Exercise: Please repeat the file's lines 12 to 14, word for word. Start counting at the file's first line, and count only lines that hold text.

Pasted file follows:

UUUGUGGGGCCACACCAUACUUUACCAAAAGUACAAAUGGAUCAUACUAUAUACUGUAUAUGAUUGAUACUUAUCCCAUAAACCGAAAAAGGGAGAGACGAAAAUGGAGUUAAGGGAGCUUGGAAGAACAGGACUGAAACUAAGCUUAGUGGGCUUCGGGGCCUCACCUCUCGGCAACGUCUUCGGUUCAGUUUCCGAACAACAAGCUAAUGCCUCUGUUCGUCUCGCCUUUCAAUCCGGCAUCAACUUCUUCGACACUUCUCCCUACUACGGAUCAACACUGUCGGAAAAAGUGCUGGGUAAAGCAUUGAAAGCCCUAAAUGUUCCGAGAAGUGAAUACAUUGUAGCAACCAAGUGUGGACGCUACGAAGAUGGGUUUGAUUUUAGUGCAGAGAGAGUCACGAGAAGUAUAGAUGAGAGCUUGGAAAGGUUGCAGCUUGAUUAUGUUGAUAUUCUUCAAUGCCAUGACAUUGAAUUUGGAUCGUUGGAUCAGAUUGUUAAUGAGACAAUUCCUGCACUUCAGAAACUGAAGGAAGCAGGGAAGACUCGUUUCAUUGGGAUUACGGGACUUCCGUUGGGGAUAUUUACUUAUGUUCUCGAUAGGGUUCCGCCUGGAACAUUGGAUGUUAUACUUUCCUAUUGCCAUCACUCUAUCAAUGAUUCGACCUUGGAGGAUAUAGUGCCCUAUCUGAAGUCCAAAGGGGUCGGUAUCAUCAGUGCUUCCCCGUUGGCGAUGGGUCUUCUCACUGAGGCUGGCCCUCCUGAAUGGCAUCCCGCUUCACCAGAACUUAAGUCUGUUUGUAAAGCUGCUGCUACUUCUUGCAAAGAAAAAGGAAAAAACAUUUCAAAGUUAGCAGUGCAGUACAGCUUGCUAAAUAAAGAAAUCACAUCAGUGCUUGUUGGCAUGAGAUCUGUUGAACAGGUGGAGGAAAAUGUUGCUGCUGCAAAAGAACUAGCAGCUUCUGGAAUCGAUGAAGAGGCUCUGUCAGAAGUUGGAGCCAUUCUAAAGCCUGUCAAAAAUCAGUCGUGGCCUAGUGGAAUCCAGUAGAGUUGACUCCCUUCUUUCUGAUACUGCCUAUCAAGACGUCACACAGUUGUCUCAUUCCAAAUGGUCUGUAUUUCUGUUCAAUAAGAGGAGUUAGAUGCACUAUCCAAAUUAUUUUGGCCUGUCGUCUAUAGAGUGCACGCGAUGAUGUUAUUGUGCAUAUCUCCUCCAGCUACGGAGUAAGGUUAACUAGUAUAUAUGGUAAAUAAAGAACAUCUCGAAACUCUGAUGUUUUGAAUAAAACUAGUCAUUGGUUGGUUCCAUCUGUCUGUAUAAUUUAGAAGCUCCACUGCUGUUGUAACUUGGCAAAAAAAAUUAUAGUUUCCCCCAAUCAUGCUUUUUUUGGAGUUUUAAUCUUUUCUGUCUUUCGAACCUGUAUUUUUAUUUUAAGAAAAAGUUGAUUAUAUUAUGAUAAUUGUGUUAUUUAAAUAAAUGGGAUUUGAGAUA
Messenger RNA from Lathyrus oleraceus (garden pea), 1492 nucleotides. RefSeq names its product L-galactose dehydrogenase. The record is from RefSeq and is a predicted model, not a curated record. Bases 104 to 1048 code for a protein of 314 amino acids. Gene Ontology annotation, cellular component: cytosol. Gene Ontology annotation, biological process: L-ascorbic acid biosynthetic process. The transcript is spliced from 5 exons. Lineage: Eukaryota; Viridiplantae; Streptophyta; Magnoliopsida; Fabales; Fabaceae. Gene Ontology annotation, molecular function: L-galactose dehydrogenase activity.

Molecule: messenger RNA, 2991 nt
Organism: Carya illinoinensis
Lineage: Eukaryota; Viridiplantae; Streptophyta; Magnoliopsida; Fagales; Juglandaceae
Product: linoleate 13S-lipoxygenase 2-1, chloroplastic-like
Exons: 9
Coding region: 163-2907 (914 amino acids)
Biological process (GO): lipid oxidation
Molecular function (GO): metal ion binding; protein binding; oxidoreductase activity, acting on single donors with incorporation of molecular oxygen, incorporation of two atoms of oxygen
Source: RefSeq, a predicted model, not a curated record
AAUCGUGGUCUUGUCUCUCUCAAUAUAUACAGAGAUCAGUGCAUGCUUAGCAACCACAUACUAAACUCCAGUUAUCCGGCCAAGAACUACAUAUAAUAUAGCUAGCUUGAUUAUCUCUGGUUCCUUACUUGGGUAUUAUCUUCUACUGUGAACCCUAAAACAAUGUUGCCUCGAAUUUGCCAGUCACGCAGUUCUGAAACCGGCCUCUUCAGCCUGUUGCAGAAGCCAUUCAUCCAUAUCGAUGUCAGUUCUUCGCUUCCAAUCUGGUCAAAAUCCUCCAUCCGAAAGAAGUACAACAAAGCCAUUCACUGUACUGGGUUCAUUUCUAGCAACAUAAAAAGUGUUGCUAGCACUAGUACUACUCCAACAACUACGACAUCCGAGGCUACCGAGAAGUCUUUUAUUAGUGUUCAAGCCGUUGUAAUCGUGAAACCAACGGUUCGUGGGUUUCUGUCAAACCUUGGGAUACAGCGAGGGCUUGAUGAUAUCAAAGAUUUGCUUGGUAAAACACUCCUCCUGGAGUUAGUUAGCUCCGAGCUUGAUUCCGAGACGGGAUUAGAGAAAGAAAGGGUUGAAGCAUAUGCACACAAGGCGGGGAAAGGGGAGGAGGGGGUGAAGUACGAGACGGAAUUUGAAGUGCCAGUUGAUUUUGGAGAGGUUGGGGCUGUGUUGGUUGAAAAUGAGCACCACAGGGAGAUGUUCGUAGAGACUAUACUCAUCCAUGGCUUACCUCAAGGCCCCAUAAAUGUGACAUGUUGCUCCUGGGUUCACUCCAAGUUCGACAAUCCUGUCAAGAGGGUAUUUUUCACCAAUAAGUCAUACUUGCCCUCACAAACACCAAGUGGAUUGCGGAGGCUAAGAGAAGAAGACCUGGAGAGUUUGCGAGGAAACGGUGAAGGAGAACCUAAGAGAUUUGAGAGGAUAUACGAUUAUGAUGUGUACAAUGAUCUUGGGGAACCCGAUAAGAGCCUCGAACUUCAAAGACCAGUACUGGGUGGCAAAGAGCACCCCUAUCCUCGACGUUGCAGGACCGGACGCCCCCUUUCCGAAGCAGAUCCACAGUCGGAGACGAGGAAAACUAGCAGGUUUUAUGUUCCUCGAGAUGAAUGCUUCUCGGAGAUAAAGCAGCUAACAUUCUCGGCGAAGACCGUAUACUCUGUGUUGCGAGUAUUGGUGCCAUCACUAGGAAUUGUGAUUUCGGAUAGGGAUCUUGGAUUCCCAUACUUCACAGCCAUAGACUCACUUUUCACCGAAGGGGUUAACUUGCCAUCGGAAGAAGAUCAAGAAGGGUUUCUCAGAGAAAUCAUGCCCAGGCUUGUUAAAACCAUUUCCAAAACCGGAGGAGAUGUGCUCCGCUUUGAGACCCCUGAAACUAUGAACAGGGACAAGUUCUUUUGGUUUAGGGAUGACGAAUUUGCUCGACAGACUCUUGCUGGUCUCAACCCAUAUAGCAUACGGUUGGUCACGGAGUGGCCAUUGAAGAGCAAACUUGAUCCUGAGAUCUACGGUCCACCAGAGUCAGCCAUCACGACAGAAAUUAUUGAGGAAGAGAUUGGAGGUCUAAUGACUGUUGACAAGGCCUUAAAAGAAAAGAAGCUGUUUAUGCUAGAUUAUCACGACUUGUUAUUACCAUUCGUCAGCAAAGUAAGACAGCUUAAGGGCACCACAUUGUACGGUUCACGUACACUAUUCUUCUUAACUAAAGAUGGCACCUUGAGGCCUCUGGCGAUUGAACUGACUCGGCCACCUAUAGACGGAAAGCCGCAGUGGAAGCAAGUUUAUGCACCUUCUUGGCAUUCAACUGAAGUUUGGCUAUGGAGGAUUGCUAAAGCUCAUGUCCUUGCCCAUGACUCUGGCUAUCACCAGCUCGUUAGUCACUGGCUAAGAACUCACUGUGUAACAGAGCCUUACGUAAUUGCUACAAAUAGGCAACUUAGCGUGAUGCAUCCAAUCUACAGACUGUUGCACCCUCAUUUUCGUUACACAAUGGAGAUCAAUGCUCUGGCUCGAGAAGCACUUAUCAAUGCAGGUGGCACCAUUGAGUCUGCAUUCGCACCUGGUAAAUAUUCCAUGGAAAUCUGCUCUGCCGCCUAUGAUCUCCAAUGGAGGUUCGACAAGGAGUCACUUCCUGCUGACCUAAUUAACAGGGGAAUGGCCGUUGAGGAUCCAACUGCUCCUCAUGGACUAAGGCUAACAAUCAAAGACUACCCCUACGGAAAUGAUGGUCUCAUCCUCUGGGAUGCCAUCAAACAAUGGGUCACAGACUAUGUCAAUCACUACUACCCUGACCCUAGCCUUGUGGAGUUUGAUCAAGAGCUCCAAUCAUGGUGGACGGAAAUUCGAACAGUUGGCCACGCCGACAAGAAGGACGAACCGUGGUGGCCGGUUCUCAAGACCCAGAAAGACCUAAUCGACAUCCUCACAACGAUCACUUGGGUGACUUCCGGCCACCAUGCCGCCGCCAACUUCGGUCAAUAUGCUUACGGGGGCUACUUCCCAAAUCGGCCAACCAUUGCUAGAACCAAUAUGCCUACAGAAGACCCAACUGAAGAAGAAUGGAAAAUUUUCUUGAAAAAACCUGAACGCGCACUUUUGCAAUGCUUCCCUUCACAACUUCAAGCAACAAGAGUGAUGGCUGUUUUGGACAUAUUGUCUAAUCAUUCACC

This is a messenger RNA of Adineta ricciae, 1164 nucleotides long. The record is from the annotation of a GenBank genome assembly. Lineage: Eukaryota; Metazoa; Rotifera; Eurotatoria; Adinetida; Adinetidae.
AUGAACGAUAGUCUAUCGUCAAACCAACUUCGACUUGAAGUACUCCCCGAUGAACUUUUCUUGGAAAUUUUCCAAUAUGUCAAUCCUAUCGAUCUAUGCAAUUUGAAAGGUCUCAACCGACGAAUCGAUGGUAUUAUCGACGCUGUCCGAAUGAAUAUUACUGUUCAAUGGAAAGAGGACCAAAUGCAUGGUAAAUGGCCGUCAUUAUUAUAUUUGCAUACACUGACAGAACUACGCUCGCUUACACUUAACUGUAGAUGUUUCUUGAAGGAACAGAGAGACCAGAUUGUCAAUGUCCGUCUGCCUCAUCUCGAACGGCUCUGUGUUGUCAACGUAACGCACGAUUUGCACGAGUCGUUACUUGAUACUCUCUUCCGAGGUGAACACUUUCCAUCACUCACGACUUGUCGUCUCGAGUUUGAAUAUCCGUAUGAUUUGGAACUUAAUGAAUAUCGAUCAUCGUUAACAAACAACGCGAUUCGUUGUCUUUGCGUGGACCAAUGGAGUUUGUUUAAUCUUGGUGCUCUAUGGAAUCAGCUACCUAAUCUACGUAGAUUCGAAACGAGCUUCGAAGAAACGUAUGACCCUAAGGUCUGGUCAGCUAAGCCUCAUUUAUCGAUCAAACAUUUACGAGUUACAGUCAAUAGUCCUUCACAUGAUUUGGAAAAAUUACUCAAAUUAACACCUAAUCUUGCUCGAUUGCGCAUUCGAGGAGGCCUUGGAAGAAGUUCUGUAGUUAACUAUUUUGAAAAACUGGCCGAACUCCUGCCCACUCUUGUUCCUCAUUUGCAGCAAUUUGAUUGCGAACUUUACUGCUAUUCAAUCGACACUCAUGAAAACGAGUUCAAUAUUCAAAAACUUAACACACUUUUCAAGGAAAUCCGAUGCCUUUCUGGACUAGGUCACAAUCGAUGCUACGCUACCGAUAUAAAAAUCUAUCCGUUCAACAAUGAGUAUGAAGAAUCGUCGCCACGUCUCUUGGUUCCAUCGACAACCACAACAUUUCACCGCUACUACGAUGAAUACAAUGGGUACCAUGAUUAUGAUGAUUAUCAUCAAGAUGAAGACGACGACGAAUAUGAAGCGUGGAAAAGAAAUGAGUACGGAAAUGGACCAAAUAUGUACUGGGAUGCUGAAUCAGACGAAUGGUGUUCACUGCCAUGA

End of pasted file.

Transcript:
AAUCGUGGUCUUGUCUCUCUCAAUAUAUACAGAGAUCAGUGCAUGCUUAGCAACCACAUACUAAACUCCAGUUAUCCGGCCAAGAACUACAUAUAAUAUAGCUAGCUUGAUUAUCUCUGGUUCCUUACUUGGGUAUUAUCUUCUACUGUGAACCCUAAAACAAUGUUGCCUCGAAUUUGCCAGUCACGCAGUUCUGAAACCGGCCUCUUCAGCCUGUUGCAGAAGCCAUUCAUCCAUAUCGAUGUCAGUUCUUCGCUUCCAAUCUGGUCAAAAUCCUCCAUCCGAAAGAAGUACAACAAAGCCAUUCACUGUACUGGGUUCAUUUCUAGCAACAUAAAAAGUGUUGCUAGCACUAGUACUACUCCAACAACUACGACAUCCGAGGCUACCGAGAAGUCUUUUAUUAGUGUUCAAGCCGUUGUAAUCGUGAAACCAACGGUUCGUGGGUUUCUGUCAAACCUUGGGAUACAGCGAGGGCUUGAUGAUAUCAAAGAUUUGCUUGGUAAAACACUCCUCCUGGAGUUAGUUAGCUCCGAGCUUGAUUCCGAGACGGGAUUAGAGAAAGAAAGGGUUGAAGCAUAUGCACACAAGGCGGGGAAAGGGGAGGAGGGGGUGAAGUACGAGACGGAAUUUGAAGUGCCAGUUGAUUUUGGAGAGGUUGGGGCUGUGUUGGUUGAAAAUGAGCACCACAGGGAGAUGUUCGUAGAGACUAUACUCAUCCAUGGCUUACCUCAAGGCCCCAUAAAUGUGACAUGUUGCUCCUGGGUUCACUCCAAGUUCGACAAUCCUGUCAAGAGGGUAUUUUUCACCAAUAAGUCAUACUUGCCCUCACAAACACCAAGUGGAUUGCGGAGGCUAAGAGAAGAAGACCUGGAGAGUUUGCGAGGAAACGGUGAAGGAGAACCUAAGAGAUUUGAGAGGAUAUACGAUUAUGAUGUGUACAAUGAUCUUGGGGAACCCGAUAAGAGCCUCGAACUUCAAAGACCAGUACUGGGUGGCAAAGAGCACCCCUAUCCUCGACGUUGCAGGACCGGACGCCCCCUUUCCGAAGCAGAUCCACAGUCGGAGACGAGGAAAACUAGCAGGUUUUAUGUUCCUCGAGAUGAAUGCUUCUCGGAGAUAAAGCAGCUAACAUUCUCGGCGAAGACCGUAUACUCUGUGUUGCGAGUAUUGGUGCCAUCACUAGGAAUUGUGAUUUCGGAUAGGGAUCUUGGAUUCCCAUACUUCACAGCCAUAGACUCACUUUUCACCGAAGGGGUUAACUUGCCAUCGGAAGAAGAUCAAGAAGGGUUUCUCAGAGAAAUCAUGCCCAGGCUUGUUAAAACCAUUUCCAAAACCGGAGGAGAUGUGCUCCGCUUUGAGACCCCUGAAACUAUGAACAGGGACAAGUUCUUUUGGUUUAGGGAUGACGAAUUUGCUCGACAGACUCUUGCUGGUCUCAACCCAUAUAGCAUACGGUUGGUCACGGAGUGGCCAUUGAAGAGCAAACUUGAUCCUGAGAUCUACGGUCCACCAGAGUCAGCCAUCACGACAGAAAUUAUUGAGGAAGAGAUUGGAGGUCUAAUGACUGUUGACAAGGCCUUAAAAGAAAAGAAGCUGUUUAUGCUAGAUUAUCACGACUUGUUAUUACCAUUCGUCAGCAAAGUAAGACAGCUUAAGGGCACCACAUUGUACGGUUCACGUACACUAUUCUUCUUAACUAAAGAUGGCACCUUGAGGCCUCUGGCGAUUGAACUGACUCGGCCACCUAUAGACGGAAAGCCGCAGUGGAAGCAAGUUUAUGCACCUUCUUGGCAUUCAACUGAAGUUUGGCUAUGGAGGAUUGCUAAAGCUCAUGUCCUUGCCCAUGACUCUGGCUAUCACCAGCUCGUUAGUCACUGGCUAAGAACUCACUGUGUAACAGAGCCUUACGUAAUUGCUACAAAUAGGCAACUUAGCGUGAUGCAUCCAAUCUACAGACUGUUGCACCCUCAUUUUCGUUACACAAUGGAGAUCAAUGCUCUGGCUCGAGAAGCACUUAUCAAUGCAGGUGGCACCAUUGAGUCUGCAUUCGCACCUGGUAAAUAUUCCAUGGAAAUCUGCUCUGCCGCCUAUGAUCUCCAAUGGAGGUUCGACAAGGAGUCACUUCCUGCUGACCUAAUUAACAGGGGAAUGGCCGUUGAGGAUCCAACUGCUCCUCAUGGACUAAGGCUAACAAUCAAAGACUACCCCUACGGAAAUGAUGGUCUCAUCCUCUGGGAUGCCAUCAAACAAUGGGUCACAGACUAUGUCAAUCACUACUACCCUGACCCUAGCCUUGUGGAGUUUGAUCAAGAGCUCCAAUCAUGGUGGACGGAAAUUCGAACAGUUGGCCACGCCGACAAGAAGGACGAACCGUGGUGGCCGGUUCUCAAGACCCAGAAAGACCUAAUCGACAUCCUCACAACGAUCACUUGGGUGACUUCCGGCCACCAUGCCGCCGCCAACUUCGGUCAAUAUGCUUACGGGGGCUACUUCCCAAAUCGGCCAACCAUUGCUAGAACCAAUAUGCCUACAGAAGACCCAACUGAAGAAGAAUGGAAAAUUUUCUUGAAAAAACCUGAACGCGCACUUUUGCAAUGCUUCCCUUCACAACUUCAAGCAACAAGAGUGAUGGCUGUUUUGGACAUAUUGUCUAAUCAUUCACC

This is a messenger RNA of Adineta ricciae, 1164 nucleotides long. The record is from the annotation of a GenBank genome assembly. Lineage: Eukaryota; Metazoa; Rotifera; Eurotatoria; Adinetida; Adinetidae.
AUGAACGAUAGUCUAUCGUCAAACCAACUUCGACUUGAAGUACUCCCCGAUGAACUUUUCUUGGAAAUUUUCCAAUAUGUCAAUCCUAUCGAUCUAUGCAAUUUGAAAGGUCUCAACCGACGAAUCGAUGGUAUUAUCGACGCUGUCCGAAUGAAUAUUACUGUUCAAUGGAAAGAGGACCAAAUGCAUGGUAAAUGGCCGUCAUUAUUAUAUUUGCAUACACUGACAGAACUACGCUCGCUUACACUUAACUGUAGAUGUUUCUUGAAGGAACAGAGAGACCAGAUUGUCAAUGUCCGUCUGCCUCAUCUCGAACGGCUCUGUGUUGUCAACGUAACGCACGAUUUGCACGAGUCGUUACUUGAUACUCUCUUCCGAGGUGAACACUUUCCAUCACUCACGACUUGUCGUCUCGAGUUUGAAUAUCCGUAUGAUUUGGAACUUAAUGAAUAUCGAUCAUCGUUAACAAACAACGCGAUUCGUUGUCUUUGCGUGGACCAAUGGAGUUUGUUUAAUCUUGGUGCUCUAUGGAAUCAGCUACCUAAUCUACGUAGAUUCGAAACGAGCUUCGAAGAAACGUAUGACCCUAAGGUCUGGUCAGCUAAGCCUCAUUUAUCGAUCAAACAUUUACGAGUUACAGUCAAUAGUCCUUCACAUGAUUUGGAAAAAUUACUCAAAUUAACACCUAAUCUUGCUCGAUUGCGCAUUCGAGGAGGCCUUGGAAGAAGUUCUGUAGUUAACUAUUUUGAAAAACUGGCCGAACUCCUGCCCACUCUUGUUCCUCAUUUGCAGCAAUUUGAUUGCGAACUUUACUGCUAUUCAAUCGACACUCAUGAAAACGAGUUCAAUAUUCAAAAACUUAACACACUUUUCAAGGAAAUCCGAUGCCUUUCUGGACUAGGUCACAAUCGAUGCUACGCUACCGAUAUAAAAAUCUAUCCGUUCAACAAUGAGUAUGAAGAAUCGUCGCCACGUCUCUUGGUUCCAUCGACAACCACAACAUUUCACCGCUACUACGAUGAAUACAAUGGGUACCAUGAUUAUGAUGAUUAUCAUCAAGAUGAAGACGACGACGAAUAUGAAGCGUGGAAAAGAAAUGAGUACGGAAAUGGACCAAAUAUGUACUGGGAUGCUGAAUCAGACGAAUGGUGUUCACUGCCAUGA